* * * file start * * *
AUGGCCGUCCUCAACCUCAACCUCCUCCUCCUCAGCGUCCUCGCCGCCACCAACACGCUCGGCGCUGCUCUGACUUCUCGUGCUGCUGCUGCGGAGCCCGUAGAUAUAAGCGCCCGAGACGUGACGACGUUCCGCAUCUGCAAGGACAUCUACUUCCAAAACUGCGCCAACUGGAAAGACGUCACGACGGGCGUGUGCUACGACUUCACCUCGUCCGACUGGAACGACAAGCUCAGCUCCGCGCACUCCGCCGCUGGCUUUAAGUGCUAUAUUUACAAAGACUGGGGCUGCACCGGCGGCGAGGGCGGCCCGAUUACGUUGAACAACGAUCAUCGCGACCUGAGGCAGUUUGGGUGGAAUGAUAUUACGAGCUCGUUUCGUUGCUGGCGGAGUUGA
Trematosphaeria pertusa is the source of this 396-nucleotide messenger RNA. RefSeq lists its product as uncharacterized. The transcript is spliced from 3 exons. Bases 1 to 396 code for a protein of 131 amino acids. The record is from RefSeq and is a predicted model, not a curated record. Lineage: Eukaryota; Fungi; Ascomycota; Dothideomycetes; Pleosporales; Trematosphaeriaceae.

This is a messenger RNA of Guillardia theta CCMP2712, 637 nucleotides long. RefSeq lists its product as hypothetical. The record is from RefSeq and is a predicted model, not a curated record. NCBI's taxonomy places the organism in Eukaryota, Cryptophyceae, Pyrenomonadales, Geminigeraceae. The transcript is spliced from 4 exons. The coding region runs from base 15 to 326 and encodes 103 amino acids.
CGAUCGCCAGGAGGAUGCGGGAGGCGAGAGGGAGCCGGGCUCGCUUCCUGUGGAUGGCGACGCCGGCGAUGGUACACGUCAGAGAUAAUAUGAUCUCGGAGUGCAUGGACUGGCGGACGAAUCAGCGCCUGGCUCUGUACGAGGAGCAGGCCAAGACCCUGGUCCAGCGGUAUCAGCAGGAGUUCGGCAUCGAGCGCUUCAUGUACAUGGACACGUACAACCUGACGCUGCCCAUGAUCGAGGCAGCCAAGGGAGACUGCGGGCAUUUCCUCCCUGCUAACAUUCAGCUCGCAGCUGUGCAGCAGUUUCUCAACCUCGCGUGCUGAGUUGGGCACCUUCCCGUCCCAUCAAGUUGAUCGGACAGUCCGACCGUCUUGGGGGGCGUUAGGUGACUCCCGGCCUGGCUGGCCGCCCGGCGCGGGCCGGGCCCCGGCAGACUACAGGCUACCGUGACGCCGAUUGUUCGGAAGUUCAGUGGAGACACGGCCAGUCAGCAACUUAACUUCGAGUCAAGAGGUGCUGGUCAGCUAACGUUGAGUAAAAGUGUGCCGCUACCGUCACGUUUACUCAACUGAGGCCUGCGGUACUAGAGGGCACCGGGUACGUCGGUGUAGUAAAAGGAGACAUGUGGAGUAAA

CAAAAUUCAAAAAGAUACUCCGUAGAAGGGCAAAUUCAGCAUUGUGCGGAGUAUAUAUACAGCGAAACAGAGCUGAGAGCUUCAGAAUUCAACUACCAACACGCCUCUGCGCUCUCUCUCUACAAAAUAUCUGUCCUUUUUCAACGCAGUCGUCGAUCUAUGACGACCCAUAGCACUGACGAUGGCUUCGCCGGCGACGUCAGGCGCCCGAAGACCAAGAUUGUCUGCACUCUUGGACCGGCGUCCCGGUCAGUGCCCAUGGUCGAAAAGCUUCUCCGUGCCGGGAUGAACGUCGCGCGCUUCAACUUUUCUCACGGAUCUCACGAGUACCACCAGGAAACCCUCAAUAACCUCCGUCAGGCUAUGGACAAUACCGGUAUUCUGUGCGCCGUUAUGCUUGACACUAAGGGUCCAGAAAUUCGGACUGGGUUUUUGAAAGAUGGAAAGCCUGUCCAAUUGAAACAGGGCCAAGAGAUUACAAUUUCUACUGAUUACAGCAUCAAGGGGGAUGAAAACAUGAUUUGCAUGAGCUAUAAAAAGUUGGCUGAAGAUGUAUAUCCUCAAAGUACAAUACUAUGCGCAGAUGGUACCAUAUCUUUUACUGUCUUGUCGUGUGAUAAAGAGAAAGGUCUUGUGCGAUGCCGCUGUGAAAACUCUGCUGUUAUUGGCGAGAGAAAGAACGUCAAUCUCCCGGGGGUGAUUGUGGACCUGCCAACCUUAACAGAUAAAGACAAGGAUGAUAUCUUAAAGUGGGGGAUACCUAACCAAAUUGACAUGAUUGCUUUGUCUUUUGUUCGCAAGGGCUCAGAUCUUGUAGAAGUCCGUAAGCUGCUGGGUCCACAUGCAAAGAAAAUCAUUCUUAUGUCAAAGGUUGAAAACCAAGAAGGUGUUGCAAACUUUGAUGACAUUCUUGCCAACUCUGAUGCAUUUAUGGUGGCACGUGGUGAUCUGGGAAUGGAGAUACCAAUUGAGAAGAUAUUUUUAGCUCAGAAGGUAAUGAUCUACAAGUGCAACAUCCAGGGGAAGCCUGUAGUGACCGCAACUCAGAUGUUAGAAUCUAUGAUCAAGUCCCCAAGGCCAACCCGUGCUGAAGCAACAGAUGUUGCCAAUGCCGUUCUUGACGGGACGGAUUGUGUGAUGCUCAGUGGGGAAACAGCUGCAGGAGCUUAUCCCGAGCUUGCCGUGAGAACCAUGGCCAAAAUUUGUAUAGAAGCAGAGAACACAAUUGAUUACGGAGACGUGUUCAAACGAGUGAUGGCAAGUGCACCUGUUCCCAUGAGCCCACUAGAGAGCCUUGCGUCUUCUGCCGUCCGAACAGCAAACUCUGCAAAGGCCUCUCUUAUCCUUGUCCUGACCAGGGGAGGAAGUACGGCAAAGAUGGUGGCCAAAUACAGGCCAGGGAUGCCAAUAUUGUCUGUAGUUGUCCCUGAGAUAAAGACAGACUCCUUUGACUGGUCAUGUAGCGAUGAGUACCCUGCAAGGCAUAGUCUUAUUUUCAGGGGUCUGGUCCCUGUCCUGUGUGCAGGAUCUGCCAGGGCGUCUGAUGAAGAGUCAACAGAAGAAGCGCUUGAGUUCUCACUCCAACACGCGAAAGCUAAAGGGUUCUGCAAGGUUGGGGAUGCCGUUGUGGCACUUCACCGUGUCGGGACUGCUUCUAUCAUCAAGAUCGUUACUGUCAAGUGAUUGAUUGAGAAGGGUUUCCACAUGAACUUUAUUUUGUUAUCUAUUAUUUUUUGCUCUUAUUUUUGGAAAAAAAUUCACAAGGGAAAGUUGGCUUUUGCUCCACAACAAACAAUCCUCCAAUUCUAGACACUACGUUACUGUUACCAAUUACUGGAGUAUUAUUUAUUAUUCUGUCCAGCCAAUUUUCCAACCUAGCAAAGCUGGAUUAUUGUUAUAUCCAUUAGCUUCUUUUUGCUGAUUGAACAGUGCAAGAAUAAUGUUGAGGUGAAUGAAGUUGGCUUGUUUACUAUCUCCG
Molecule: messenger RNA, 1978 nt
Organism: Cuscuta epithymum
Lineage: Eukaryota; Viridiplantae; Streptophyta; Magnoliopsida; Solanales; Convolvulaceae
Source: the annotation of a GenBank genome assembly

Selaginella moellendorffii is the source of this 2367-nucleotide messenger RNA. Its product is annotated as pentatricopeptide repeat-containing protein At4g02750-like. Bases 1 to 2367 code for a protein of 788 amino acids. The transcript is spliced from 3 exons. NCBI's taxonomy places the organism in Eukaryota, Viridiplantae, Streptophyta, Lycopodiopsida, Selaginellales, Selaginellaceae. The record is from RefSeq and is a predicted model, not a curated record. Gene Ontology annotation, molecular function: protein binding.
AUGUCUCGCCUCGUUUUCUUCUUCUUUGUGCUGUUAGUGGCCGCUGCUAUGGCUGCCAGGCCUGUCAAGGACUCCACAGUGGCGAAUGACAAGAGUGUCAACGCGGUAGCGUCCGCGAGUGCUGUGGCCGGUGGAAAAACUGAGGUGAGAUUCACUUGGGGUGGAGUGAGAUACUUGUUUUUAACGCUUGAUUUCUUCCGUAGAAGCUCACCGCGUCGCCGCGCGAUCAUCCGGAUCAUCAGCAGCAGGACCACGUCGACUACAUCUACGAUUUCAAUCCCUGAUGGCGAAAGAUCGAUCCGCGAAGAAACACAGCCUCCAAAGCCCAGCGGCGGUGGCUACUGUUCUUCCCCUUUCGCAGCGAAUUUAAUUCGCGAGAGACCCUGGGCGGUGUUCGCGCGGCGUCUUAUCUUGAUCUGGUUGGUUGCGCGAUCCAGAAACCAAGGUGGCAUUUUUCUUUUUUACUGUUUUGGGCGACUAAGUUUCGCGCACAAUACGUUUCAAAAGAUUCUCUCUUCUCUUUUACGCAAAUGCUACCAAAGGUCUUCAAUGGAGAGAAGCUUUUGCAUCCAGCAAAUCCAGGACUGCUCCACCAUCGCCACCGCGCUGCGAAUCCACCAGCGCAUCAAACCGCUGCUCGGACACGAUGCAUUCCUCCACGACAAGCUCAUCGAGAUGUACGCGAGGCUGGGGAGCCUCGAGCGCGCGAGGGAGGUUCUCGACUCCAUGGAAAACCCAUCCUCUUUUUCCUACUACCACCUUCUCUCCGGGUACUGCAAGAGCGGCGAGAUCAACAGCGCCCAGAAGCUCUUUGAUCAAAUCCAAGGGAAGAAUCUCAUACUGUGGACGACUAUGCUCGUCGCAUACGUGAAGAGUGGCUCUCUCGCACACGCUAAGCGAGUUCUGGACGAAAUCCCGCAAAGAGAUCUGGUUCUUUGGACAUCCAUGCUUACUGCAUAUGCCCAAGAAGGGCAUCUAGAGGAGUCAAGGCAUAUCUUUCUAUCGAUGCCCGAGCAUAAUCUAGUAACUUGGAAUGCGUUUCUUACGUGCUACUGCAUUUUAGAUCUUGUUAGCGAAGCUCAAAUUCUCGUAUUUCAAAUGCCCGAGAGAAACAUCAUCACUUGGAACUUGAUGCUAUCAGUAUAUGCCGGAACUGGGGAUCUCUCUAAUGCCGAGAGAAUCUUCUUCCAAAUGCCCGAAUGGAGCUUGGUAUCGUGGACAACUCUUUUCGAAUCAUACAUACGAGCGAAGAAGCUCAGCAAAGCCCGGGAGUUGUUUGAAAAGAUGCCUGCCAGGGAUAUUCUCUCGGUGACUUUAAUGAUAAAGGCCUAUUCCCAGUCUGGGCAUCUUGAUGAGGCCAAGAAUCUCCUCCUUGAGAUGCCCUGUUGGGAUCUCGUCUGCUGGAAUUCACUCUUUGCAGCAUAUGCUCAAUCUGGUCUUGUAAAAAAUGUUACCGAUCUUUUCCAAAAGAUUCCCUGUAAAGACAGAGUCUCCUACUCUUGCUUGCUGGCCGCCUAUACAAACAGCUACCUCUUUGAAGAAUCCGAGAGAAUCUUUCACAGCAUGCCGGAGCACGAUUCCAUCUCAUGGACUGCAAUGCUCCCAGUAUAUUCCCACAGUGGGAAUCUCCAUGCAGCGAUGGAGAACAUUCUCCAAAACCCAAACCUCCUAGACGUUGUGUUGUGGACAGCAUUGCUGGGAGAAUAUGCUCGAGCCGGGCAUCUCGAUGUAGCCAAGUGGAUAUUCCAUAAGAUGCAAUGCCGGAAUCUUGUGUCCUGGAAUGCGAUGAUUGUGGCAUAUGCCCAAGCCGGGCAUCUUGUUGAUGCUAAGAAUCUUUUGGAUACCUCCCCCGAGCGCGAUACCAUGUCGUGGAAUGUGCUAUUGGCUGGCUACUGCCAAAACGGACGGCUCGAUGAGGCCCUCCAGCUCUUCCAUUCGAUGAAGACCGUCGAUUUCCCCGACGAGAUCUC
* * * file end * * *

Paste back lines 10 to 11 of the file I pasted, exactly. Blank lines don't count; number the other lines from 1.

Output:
Selaginella moellendorffii is the source of this 2367-nucleotide messenger RNA. Its product is annotated as pentatricopeptide repeat-containing protein At4g02750-like. Bases 1 to 2367 code for a protein of 788 amino acids. The transcript is spliced from 3 exons. NCBI's taxonomy places the organism in Eukaryota, Viridiplantae, Streptophyta, Lycopodiopsida, Selaginellales, Selaginellaceae. The record is from RefSeq and is a predicted model, not a curated record. Gene Ontology annotation, molecular function: protein binding.
AUGUCUCGCCUCGUUUUCUUCUUCUUUGUGCUGUUAGUGGCCGCUGCUAUGGCUGCCAGGCCUGUCAAGGACUCCACAGUGGCGAAUGACAAGAGUGUCAACGCGGUAGCGUCCGCGAGUGCUGUGGCCGGUGGAAAAACUGAGGUGAGAUUCACUUGGGGUGGAGUGAGAUACUUGUUUUUAACGCUUGAUUUCUUCCGUAGAAGCUCACCGCGUCGCCGCGCGAUCAUCCGGAUCAUCAGCAGCAGGACCACGUCGACUACAUCUACGAUUUCAAUCCCUGAUGGCGAAAGAUCGAUCCGCGAAGAAACACAGCCUCCAAAGCCCAGCGGCGGUGGCUACUGUUCUUCCCCUUUCGCAGCGAAUUUAAUUCGCGAGAGACCCUGGGCGGUGUUCGCGCGGCGUCUUAUCUUGAUCUGGUUGGUUGCGCGAUCCAGAAACCAAGGUGGCAUUUUUCUUUUUUACUGUUUUGGGCGACUAAGUUUCGCGCACAAUACGUUUCAAAAGAUUCUCUCUUCUCUUUUACGCAAAUGCUACCAAAGGUCUUCAAUGGAGAGAAGCUUUUGCAUCCAGCAAAUCCAGGACUGCUCCACCAUCGCCACCGCGCUGCGAAUCCACCAGCGCAUCAAACCGCUGCUCGGACACGAUGCAUUCCUCCACGACAAGCUCAUCGAGAUGUACGCGAGGCUGGGGAGCCUCGAGCGCGCGAGGGAGGUUCUCGACUCCAUGGAAAACCCAUCCUCUUUUUCCUACUACCACCUUCUCUCCGGGUACUGCAAGAGCGGCGAGAUCAACAGCGCCCAGAAGCUCUUUGAUCAAAUCCAAGGGAAGAAUCUCAUACUGUGGACGACUAUGCUCGUCGCAUACGUGAAGAGUGGCUCUCUCGCACACGCUAAGCGAGUUCUGGACGAAAUCCCGCAAAGAGAUCUGGUUCUUUGGACAUCCAUGCUUACUGCAUAUGCCCAAGAAGGGCAUCUAGAGGAGUCAAGGCAUAUCUUUCUAUCGAUGCCCGAGCAUAAUCUAGUAACUUGGAAUGCGUUUCUUACGUGCUACUGCAUUUUAGAUCUUGUUAGCGAAGCUCAAAUUCUCGUAUUUCAAAUGCCCGAGAGAAACAUCAUCACUUGGAACUUGAUGCUAUCAGUAUAUGCCGGAACUGGGGAUCUCUCUAAUGCCGAGAGAAUCUUCUUCCAAAUGCCCGAAUGGAGCUUGGUAUCGUGGACAACUCUUUUCGAAUCAUACAUACGAGCGAAGAAGCUCAGCAAAGCCCGGGAGUUGUUUGAAAAGAUGCCUGCCAGGGAUAUUCUCUCGGUGACUUUAAUGAUAAAGGCCUAUUCCCAGUCUGGGCAUCUUGAUGAGGCCAAGAAUCUCCUCCUUGAGAUGCCCUGUUGGGAUCUCGUCUGCUGGAAUUCACUCUUUGCAGCAUAUGCUCAAUCUGGUCUUGUAAAAAAUGUUACCGAUCUUUUCCAAAAGAUUCCCUGUAAAGACAGAGUCUCCUACUCUUGCUUGCUGGCCGCCUAUACAAACAGCUACCUCUUUGAAGAAUCCGAGAGAAUCUUUCACAGCAUGCCGGAGCACGAUUCCAUCUCAUGGACUGCAAUGCUCCCAGUAUAUUCCCACAGUGGGAAUCUCCAUGCAGCGAUGGAGAACAUUCUCCAAAACCCAAACCUCCUAGACGUUGUGUUGUGGACAGCAUUGCUGGGAGAAUAUGCUCGAGCCGGGCAUCUCGAUGUAGCCAAGUGGAUAUUCCAUAAGAUGCAAUGCCGGAAUCUUGUGUCCUGGAAUGCGAUGAUUGUGGCAUAUGCCCAAGCCGGGCAUCUUGUUGAUGCUAAGAAUCUUUUGGAUACCUCCCCCGAGCGCGAUACCAUGUCGUGGAAUGUGCUAUUGGCUGGCUACUGCCAAAACGGACGGCUCGAUGAGGCCCUCCAGCUCUUCCAUUCGAUGAAGACCGUCGAUUUCCCCGACGAGAUCUC